Stephanie Wright is a PhD student in the Department of Religious Studies at the University of California Santa Barbara, specialising in Islamic Studies. Her research interests include the historical and contemporary significance of Islam in the construction of Western political subjectivities, genealogies of the secular in both Muslim and Western contexts, and the relation of of the latter to imaginings of despotism in comparative perspective. Stephanie graduated from the Australian National University with a Bachelor of Philosophy with Honours and a university medal in History in 2013. Her honours thesis, ‘From Mahometan Tyranny to Oriental Despotism: The Secularisation of Islam in French Political Thought, 1610-1798’, examined the interactions between representations of Islam and the dynamics of political secularisation in early modern France. Her current project examines the influence of American evangelical thought in late nineteenth-century Syria, with a focus on the linking of Catholicism and despotism in the writings of the Muslim journalist, 'Abd al-Rahman al-Kawakibi.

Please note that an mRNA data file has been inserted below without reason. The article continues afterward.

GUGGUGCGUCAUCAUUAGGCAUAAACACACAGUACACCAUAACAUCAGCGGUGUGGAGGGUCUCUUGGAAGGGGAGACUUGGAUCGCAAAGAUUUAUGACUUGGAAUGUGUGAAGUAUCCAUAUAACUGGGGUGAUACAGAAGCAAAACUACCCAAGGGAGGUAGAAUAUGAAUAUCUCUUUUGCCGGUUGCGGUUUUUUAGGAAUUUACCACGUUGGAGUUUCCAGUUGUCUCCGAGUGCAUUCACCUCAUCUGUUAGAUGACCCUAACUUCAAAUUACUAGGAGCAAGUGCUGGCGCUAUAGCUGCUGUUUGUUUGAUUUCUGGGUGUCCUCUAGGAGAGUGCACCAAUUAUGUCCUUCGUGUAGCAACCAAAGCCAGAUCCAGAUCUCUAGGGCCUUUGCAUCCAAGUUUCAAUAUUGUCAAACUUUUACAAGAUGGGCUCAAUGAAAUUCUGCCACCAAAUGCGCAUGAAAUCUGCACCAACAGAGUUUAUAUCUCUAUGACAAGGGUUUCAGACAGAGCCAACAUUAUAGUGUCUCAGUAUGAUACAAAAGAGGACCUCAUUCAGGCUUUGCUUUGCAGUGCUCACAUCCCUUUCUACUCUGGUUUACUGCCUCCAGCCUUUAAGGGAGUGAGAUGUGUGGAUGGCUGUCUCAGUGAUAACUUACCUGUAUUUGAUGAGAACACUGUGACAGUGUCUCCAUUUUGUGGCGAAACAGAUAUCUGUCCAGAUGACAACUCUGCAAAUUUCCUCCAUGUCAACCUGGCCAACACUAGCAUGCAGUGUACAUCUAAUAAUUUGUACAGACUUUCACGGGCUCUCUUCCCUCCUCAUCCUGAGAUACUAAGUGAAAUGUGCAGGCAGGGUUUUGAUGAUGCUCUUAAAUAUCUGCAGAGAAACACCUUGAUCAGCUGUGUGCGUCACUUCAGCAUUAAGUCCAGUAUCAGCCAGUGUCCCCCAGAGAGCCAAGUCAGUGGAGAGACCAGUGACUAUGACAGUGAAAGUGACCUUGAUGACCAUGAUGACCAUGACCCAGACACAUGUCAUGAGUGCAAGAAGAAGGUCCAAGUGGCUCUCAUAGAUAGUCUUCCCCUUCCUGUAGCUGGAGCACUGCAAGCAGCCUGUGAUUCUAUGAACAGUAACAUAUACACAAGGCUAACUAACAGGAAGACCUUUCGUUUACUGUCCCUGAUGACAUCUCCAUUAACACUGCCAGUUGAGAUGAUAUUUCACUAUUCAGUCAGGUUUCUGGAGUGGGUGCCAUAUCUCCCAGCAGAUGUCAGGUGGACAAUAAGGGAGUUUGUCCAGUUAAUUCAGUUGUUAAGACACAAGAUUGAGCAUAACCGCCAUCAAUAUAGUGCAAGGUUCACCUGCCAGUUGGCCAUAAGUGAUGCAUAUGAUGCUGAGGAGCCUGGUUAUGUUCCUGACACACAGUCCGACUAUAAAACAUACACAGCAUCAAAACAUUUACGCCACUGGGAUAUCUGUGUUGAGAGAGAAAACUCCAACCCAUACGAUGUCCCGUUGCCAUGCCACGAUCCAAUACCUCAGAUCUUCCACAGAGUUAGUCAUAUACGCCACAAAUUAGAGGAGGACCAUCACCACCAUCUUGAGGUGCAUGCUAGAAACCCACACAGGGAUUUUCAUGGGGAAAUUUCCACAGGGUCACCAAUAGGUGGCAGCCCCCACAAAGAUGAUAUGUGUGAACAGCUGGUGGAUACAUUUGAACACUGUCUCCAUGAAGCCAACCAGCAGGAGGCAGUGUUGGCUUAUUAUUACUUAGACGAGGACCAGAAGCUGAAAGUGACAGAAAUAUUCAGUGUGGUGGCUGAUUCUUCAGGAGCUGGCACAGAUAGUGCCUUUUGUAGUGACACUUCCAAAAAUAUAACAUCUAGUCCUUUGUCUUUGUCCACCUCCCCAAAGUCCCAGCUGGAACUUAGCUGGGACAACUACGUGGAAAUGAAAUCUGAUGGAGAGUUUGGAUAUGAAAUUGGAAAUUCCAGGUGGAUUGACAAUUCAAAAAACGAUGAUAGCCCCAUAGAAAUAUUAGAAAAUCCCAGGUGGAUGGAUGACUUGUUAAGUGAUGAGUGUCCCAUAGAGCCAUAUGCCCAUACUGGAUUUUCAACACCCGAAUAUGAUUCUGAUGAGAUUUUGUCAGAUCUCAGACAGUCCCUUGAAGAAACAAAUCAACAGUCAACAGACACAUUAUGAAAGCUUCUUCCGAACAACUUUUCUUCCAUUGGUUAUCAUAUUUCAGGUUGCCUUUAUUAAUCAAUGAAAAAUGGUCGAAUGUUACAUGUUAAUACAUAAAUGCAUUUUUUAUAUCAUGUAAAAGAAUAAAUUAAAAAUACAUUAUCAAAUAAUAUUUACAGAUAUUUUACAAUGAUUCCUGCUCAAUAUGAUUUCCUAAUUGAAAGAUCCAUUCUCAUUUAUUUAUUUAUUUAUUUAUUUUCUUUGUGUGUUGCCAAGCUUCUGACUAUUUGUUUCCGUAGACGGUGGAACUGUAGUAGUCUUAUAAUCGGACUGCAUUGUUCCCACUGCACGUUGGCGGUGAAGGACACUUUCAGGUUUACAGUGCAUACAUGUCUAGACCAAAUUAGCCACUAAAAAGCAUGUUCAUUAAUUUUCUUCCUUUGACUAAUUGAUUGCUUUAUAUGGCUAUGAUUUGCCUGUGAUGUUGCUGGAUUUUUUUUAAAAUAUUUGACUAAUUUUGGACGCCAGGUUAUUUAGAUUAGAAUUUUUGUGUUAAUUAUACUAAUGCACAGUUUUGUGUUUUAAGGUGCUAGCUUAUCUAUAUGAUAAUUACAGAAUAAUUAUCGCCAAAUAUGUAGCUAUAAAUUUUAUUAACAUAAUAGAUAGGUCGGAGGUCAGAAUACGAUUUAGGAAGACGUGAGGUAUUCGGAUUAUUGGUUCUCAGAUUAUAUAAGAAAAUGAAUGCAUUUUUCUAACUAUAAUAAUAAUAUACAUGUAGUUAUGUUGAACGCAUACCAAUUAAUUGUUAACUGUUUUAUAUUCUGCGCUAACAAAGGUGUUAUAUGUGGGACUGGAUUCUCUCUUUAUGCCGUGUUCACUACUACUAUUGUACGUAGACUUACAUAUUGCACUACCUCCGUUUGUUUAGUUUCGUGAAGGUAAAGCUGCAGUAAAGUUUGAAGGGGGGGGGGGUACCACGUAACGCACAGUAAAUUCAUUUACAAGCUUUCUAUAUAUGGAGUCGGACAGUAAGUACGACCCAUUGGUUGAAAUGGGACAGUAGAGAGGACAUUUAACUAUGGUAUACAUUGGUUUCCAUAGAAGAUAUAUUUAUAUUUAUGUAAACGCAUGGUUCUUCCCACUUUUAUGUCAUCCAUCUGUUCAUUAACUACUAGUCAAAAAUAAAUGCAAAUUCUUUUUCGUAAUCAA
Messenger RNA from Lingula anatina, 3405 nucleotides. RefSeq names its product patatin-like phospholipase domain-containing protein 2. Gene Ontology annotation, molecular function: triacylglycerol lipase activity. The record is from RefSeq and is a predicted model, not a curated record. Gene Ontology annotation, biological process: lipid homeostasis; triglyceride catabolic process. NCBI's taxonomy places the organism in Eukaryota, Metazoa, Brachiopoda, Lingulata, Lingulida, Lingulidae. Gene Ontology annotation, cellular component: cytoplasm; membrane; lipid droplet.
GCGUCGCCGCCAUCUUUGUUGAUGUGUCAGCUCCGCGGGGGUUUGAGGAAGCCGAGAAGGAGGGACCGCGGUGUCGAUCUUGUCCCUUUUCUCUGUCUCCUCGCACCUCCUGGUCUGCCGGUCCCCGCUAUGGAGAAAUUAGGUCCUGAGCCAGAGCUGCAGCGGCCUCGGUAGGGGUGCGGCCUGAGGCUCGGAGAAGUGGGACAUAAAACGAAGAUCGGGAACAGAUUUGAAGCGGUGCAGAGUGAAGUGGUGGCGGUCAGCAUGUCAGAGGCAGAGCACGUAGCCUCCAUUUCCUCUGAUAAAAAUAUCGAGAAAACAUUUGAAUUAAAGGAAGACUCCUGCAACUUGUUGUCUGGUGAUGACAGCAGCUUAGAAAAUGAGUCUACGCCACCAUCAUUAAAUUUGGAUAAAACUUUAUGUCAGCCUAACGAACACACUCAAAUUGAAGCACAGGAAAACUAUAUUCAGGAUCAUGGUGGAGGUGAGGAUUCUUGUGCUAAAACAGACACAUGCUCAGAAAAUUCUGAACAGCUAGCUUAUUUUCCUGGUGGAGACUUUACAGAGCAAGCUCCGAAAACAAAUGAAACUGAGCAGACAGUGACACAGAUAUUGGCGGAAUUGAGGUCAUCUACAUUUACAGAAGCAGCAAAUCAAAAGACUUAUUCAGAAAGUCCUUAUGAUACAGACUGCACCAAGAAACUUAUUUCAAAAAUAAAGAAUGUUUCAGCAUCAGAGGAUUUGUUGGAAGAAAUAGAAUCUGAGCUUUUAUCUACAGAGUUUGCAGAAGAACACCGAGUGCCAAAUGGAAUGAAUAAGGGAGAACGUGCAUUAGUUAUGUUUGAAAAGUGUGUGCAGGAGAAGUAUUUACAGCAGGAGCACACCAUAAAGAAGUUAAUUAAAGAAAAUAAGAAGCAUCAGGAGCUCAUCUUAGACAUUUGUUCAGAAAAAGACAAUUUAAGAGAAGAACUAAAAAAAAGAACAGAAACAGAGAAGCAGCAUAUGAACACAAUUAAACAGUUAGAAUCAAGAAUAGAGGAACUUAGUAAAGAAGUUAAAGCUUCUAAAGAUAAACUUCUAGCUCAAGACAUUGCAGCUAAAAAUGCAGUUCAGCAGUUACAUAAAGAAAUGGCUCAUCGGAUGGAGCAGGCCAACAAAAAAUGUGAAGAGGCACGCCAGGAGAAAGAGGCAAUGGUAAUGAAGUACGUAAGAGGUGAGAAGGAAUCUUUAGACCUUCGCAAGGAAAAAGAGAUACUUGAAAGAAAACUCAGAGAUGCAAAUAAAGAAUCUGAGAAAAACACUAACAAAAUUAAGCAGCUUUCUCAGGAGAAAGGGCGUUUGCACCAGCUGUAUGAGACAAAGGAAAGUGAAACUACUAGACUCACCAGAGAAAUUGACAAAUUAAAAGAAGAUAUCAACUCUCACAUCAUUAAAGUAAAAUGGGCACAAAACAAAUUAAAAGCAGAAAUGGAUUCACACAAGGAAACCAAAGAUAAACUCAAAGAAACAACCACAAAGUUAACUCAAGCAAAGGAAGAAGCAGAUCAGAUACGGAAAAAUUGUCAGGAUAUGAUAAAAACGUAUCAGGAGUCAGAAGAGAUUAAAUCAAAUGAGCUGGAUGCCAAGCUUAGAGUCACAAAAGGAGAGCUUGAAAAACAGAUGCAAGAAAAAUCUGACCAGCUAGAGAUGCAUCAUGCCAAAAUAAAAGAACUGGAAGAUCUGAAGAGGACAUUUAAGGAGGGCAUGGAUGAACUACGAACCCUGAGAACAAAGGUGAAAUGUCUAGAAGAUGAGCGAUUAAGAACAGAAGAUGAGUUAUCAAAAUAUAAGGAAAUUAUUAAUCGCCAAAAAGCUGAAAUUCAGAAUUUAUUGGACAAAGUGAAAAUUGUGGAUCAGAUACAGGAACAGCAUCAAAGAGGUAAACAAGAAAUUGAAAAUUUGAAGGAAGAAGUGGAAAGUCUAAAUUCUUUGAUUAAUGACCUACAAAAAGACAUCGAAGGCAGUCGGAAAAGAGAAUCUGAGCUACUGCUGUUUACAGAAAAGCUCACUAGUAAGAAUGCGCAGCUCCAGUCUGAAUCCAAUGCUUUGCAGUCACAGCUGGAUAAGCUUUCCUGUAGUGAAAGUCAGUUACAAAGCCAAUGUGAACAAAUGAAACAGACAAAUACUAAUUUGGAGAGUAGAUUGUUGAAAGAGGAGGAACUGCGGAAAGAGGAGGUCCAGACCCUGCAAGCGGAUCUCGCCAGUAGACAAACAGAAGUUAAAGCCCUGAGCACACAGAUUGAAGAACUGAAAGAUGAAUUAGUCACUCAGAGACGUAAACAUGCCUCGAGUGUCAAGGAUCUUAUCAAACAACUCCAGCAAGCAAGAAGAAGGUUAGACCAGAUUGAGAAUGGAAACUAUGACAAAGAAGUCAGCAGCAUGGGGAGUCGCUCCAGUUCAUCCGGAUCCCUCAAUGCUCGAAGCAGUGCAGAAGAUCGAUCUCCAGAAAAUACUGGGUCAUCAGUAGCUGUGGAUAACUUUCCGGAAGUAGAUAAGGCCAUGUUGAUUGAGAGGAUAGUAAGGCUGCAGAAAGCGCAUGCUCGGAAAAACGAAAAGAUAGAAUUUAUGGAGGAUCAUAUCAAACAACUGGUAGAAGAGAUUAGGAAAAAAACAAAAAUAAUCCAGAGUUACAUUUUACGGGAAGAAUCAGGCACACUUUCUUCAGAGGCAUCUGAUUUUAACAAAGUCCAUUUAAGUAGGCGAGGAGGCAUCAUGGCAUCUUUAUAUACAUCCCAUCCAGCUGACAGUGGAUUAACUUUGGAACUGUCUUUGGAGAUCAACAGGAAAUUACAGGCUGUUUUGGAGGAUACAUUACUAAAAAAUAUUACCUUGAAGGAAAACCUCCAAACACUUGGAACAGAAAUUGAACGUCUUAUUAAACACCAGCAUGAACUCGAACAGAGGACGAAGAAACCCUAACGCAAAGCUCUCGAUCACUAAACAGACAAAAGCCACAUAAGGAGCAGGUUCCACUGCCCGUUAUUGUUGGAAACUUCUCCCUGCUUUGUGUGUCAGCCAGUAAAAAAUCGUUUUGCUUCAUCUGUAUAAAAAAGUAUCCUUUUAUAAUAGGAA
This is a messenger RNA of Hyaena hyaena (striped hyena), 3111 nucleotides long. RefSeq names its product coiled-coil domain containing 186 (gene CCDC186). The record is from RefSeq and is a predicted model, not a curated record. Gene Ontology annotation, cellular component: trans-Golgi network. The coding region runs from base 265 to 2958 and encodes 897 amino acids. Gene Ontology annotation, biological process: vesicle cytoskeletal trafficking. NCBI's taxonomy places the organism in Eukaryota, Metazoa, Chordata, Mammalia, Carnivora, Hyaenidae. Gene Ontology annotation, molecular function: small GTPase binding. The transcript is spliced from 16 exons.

Having so vigorously rocked the academic boat early in his career, Cook later changed tack gracefully when he realised that he had set a course in the wrong direction. Few scholars in the discipline of Islamic Studies could claim to be as qualified as Michael Cook to advise students on the matter of early career publications.